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On Thursday afternoon, August 26, 1926, Pansy May Turnbull, the 17-year-old daughter of Mr. and Mrs. Arizona Turnbull of Diagonal, Iowa, went to the Street Fair in Clearfield, Iowa, accompanied by her sister and Mr. and Mrs. Cleve Bunker. When the other members were ready to return home, Pansy was nowhere to be found and a search was instituted.
Turnbull was found one block east of the Main street business district, “insensible and apparently injured” and in the company of a strange man, according to an August 1926 article published in the Mount Ayr Record-News. Turnbull was taken to a physician but was unable to make any statement, and on the physician’s advice was then taken to her Diagonal home, where she died a few hours later without ever regaining consciousness.
The Record-News reported in its article:
Tragedy of tragedies! The community stands aghast and the community heart is filled with poignant grief. The life of a promising young woman, reared in a christian community, loved by her friends and highly respected by her acquaintances, passes out as the result of—what? Up until noon today the affair is shrouded in mystery and grief-clouds, dark and foreboding, hang low over the community. That a crime most horrible and revolting was responsible for the passing of the young life is thought to be the only solution and officers in Taylor, Ringgold and Union counties, in the discharge of their duties, are exerting every effort to ascertain the facts.
Following the teen’s death, officers were notified, and on Friday, they accompanied Ringgold County Coroner Dr. Samuel Bailey to Diagonal to initiate an inquest.
Turnbull had bruises on her head and body, leading officers to believe the girl had met with violence in addition to being drugged. Turnbull’s stomach was sent to Iowa City for a chemical analysis of its contents.
Police made a number of arrests and several young men were held for questioning, including John Gibbons of Creston, John Beach of Lenox, Terrance [sic] Luton of St. Joseph, Mo., and brothers Hal and John Howard of Creston. All five were held in the Taylor County jail at Creston and charged with murder in a special Taylor county grand jury investigation being conducted in Bedford.
On Saturday, August 28, all five pleaded not guilty before Mayor Nevious, acting justice. Nevious ordered the young men held without bond. The inquest was then continued until the following Monday.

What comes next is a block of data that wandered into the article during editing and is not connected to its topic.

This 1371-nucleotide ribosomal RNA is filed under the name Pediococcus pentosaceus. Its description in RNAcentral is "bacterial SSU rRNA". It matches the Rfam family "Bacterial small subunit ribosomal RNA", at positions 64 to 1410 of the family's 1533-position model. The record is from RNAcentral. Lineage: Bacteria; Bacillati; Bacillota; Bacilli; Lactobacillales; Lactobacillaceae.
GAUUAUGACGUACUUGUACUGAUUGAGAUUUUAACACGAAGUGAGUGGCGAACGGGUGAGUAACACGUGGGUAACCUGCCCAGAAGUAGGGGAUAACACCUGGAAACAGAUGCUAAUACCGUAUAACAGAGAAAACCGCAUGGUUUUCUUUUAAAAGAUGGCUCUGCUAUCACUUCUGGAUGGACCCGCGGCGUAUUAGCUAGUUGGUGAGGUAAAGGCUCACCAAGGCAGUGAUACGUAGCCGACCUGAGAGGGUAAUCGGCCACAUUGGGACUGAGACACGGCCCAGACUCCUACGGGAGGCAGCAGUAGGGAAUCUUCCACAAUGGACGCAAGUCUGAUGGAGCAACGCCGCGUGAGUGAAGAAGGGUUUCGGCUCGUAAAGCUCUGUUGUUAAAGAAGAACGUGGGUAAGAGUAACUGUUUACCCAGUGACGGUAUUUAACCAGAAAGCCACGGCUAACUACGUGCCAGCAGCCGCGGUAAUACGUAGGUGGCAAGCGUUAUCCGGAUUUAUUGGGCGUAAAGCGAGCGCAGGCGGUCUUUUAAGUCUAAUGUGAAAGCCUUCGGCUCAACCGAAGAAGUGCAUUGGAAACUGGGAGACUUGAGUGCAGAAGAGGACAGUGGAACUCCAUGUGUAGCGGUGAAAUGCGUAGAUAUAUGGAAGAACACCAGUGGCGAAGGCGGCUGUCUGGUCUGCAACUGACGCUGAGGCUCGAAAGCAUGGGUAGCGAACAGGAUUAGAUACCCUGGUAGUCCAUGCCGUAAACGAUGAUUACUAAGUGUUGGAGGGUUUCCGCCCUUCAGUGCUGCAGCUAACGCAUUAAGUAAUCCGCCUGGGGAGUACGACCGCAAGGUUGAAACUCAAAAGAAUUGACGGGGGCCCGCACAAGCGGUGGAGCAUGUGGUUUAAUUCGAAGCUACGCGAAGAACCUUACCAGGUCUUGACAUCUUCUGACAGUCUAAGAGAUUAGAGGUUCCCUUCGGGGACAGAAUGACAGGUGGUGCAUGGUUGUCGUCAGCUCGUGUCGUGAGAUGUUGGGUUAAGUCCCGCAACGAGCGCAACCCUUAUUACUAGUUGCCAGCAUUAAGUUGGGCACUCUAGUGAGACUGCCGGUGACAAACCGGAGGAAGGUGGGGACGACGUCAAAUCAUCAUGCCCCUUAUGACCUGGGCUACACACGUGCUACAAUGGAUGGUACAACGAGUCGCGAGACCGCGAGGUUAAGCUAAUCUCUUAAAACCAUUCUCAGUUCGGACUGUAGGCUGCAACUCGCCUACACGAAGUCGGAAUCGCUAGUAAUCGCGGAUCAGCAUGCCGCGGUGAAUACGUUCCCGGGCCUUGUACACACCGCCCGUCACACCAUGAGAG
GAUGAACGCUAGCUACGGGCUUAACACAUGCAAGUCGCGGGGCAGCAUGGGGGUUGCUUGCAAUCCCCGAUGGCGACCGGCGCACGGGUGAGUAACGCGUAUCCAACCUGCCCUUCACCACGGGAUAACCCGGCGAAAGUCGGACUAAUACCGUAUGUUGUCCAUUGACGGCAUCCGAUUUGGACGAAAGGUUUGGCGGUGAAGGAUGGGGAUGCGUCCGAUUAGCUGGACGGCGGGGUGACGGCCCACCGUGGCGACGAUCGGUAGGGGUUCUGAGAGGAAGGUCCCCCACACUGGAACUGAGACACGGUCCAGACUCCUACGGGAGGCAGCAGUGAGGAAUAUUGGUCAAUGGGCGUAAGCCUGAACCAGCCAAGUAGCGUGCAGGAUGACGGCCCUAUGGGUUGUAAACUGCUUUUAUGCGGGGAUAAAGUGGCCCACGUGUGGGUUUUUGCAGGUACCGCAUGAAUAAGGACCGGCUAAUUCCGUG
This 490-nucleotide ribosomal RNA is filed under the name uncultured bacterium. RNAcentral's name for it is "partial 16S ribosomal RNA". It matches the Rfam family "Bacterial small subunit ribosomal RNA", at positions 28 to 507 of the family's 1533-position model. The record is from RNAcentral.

On Wednesday, September 1, 1926, the Dubuque Telegraph Herald reported that “Knockout drops” of chloral hydrate were administered to Turnbull a short time before her death. The announcement was made by Wilbur J. Teeters, dean of the pharmacy college at Iowa City, after completing an analysis of the girl’s viscera. Teeters said he found positive proof of the presence of chloral hydrate.
The week of September 6, 1926, a motion to quash the first degree murder indictment was returned against Hal Howard. Howard’s attorney made the motion to quash on the ground that the grand jury had been illegally drawn.
On Friday, December 3, 1926, Hal Howard’s trial, presided over by Judge Maxwell, ended abruptly when the court declared “the state had failed to directly connect him with the girl’s death,” according to an article published December 5, 1926 in the Telegraph Herald. In addition, the paper reported, “some of the evidence seemed to substantiate the claim of the defense that the girl died from a fractured skull sustained when she jumped from an automobile the boy was driving.” The state contended, the Telegraph Herald said, that Turnbull received the fatal injury while trying to avoid Howard’s advances.
“I am going back home and will keep out of trouble in the future,” the 15-year-old Hal Howard is quoted as saying in the story. Wrote the Telegraph Herald:
Hall [sic] still is scheduled to face a charge of assault and his boy friend, Terrance Luton, of St. Joseph, Mo., still faces a murder charge placed against him simultaneously with Howard’s indictment, but the course of the state has not been determined and these charges may be dismissed on recommendation of the prosecutor.
Howard remained under a $5,000 bond on the assault charge, while Luton remained in jail awaiting future proceedings. Luton’s attorney told the press he would ask for an immediate trial for his client and also seek his dismissal as the result of Howard’s exoneration.
No one was ever convicted in Miss Turnbull’s death.
Pansy May Turnbull was born December 8, 1908, in Gay Township in Taylor County, Iowa, to Arizona and Dora L. (Watson) Turnbull. (* Dora’s maiden name is sometimes shown as Walston.)
In the 1920 United States Census, at which time Pansy was 11 years old, her siblings in the household included brother Harold Watson Turnbull (13), sister Violet Ruth Turnbull (7), and brother Grenville Everette Turnbull (4).
Pansy is buried at the Diagonal Cemetery, Ringgold County, Iowa.